4. Look in the music settings. There are pretty nifty EQ options which change how your music sounds tucked away under the Playback heading.

5. Look in the "Sounds" settings. One important thing to choose here is whether you want to be able to change the volume of alerts and phone call rings using the up and down volume buttons. I find that I prefer not to have this happen so that the ring of a phone call is always loud enough to attract my attention. You can choose a ringtone which suits your personality as well as sounds for events like receiving messages. This can make your device feel more like it belongs to you. For sighted people, there's wallpaper.

Remember that apps will often contain settings unique to them which won't be found in the Settings app we're discussing today. Those special settings will be found in a section of apps like Twitter. Often, they are found in the "more" tab. Examples include the Audible app.

Users of iPADS will find things laid out differently. Down the left-hand portion of the screen are the various branches of settings. Double-tapping on one will open it on the right-hand portion of the screen. The other branches which normally disappear for users of smaller devices remain easily accessed. and visibible on the left side. Personally, I find this somewhat more annoying as a blind user. For sighted people, I appreciate how convenient this must be. Given time, blind people will learn roughly where to touch in order to get close to a branch of setting they want to focus on. When this happens, they will be better able to take advantage of the larger screen space tablets like iPADS make available.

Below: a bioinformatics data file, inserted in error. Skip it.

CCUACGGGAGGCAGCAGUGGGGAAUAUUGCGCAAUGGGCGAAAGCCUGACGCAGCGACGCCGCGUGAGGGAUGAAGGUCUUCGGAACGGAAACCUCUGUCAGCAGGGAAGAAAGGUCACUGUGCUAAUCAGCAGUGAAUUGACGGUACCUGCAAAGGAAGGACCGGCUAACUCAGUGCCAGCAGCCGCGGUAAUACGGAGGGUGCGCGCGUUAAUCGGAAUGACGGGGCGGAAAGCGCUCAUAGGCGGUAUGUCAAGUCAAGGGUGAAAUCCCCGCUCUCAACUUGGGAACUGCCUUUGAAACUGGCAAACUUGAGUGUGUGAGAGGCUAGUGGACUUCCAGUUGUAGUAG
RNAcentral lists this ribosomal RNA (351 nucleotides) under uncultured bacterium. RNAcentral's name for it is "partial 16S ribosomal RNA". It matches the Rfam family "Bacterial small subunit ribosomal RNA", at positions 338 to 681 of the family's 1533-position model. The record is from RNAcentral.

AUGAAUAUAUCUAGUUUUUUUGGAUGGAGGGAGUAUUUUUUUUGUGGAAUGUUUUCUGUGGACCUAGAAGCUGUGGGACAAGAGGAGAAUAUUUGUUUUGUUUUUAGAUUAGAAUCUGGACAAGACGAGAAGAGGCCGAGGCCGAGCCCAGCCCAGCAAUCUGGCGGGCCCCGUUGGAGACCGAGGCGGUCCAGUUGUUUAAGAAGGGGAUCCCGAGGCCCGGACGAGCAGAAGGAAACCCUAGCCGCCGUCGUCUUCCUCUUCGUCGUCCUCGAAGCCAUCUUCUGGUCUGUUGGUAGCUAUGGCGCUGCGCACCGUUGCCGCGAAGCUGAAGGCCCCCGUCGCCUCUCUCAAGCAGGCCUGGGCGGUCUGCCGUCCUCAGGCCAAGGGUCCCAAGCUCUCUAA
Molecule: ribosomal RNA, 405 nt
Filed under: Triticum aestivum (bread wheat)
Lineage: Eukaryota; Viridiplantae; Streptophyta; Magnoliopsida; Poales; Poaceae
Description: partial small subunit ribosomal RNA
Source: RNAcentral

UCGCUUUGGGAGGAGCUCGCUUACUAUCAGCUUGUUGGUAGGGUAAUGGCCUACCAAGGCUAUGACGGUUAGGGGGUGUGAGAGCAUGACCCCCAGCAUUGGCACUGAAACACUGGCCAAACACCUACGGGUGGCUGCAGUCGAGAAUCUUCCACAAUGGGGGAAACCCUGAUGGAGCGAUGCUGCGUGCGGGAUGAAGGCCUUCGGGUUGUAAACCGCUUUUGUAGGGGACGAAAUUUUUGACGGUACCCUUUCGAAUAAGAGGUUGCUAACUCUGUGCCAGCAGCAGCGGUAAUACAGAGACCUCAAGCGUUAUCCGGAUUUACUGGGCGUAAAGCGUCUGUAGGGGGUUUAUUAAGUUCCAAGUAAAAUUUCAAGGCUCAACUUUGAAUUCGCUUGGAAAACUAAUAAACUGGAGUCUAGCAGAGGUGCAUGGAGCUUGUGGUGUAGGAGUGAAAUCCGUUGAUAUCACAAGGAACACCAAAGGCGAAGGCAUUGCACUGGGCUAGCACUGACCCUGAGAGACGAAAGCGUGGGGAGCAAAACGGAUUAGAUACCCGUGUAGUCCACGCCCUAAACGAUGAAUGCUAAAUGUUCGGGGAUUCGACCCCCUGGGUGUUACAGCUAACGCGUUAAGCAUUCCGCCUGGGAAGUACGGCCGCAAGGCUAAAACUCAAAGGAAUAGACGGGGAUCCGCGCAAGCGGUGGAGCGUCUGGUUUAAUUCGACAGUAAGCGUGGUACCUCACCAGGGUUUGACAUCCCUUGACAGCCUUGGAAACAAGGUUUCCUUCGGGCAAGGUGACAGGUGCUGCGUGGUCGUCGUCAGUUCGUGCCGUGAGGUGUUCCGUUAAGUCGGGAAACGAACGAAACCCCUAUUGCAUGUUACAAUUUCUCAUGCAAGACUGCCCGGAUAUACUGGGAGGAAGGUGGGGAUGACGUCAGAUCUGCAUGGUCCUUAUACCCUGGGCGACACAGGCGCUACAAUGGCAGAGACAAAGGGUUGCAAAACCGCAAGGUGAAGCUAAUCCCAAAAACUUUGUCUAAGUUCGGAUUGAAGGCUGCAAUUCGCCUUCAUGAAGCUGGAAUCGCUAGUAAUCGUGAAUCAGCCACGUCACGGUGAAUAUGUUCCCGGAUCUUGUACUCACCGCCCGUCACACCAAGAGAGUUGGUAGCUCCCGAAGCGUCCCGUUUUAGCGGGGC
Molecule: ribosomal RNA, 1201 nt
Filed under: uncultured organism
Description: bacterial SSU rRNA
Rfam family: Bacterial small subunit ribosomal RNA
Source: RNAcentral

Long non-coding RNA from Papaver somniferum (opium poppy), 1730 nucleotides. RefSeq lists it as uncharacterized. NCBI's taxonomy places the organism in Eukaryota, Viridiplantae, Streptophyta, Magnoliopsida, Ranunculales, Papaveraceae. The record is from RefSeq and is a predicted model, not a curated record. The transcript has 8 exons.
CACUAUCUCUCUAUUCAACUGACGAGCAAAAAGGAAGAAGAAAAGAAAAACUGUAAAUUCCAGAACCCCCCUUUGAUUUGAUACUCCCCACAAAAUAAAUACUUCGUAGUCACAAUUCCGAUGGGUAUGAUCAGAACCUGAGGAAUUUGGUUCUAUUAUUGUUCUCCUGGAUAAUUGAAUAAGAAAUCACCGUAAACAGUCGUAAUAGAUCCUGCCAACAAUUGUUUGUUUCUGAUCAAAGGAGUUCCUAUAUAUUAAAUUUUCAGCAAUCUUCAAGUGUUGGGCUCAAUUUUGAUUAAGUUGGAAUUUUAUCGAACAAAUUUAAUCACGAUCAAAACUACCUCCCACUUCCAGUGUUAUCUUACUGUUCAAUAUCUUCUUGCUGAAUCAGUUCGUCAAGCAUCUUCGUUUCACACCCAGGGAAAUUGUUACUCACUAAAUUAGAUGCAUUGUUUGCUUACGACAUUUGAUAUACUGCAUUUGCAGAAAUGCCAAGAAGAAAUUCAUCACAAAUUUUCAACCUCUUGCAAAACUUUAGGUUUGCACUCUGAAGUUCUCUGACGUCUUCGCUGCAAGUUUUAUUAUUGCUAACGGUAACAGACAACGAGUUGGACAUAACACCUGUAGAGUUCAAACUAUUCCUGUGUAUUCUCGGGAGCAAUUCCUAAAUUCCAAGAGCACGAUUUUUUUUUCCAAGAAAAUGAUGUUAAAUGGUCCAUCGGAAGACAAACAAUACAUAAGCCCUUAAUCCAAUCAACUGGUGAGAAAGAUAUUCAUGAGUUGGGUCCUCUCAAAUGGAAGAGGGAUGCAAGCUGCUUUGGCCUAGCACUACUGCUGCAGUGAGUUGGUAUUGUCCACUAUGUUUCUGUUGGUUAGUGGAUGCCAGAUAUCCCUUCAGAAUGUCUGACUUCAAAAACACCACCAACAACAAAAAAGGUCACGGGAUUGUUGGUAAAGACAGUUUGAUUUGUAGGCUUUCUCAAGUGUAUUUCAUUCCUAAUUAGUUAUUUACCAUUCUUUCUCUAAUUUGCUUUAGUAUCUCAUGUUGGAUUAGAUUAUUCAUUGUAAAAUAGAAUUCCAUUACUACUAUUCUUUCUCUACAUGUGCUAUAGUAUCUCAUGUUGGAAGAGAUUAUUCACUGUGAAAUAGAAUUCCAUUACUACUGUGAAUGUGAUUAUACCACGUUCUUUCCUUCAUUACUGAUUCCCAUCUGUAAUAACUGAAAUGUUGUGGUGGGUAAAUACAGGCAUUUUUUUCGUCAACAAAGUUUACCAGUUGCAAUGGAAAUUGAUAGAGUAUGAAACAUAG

I hope this helps you get a good start taming your iOS device. In general, it's pretty safe to explore and try out different settings. Apple has designed iOS to be pretty good at warning you before you do anything you can't easily undo. The more familiar you become with the settings choices available to you, the better your overall experience with iOS will be. Too many people don't take the time to learn what options they have and then get all frustrated to the point of giving up altogether. Given the tremendous economic and other advantages these devices can offer blind people, this is a real shame. If I had my way, any blind person who came into possession of an iOS device would be directed to a tutorial where they would learn about how to use Voiceover, key areas in Settings, and the wide range of accessible applications available. I hope the guide I'll eventualy complete plus these show segments and blog entries will go some way to helping newcomers to iOS enjoy what I have come to treasure. There's such a drive to do away with the need for instruction manuals. In this instance, blind people are hit hard by this trend. For most of us, using a touchscreen was a notion not even worthy of a pipe dream a mere half decade ago. Now, these devices are everywhere and also very affordable even without government assistance. They can take the place of a whole lot of expensive accessibility devices provided you can comfortably use the touchscreen through Voiceover. I've advocated for Apple to include a Voiceover tutorial at a bare minimum. Blind people would then at least know how to navigate their devices and find options like Settings. They are apparently considering it.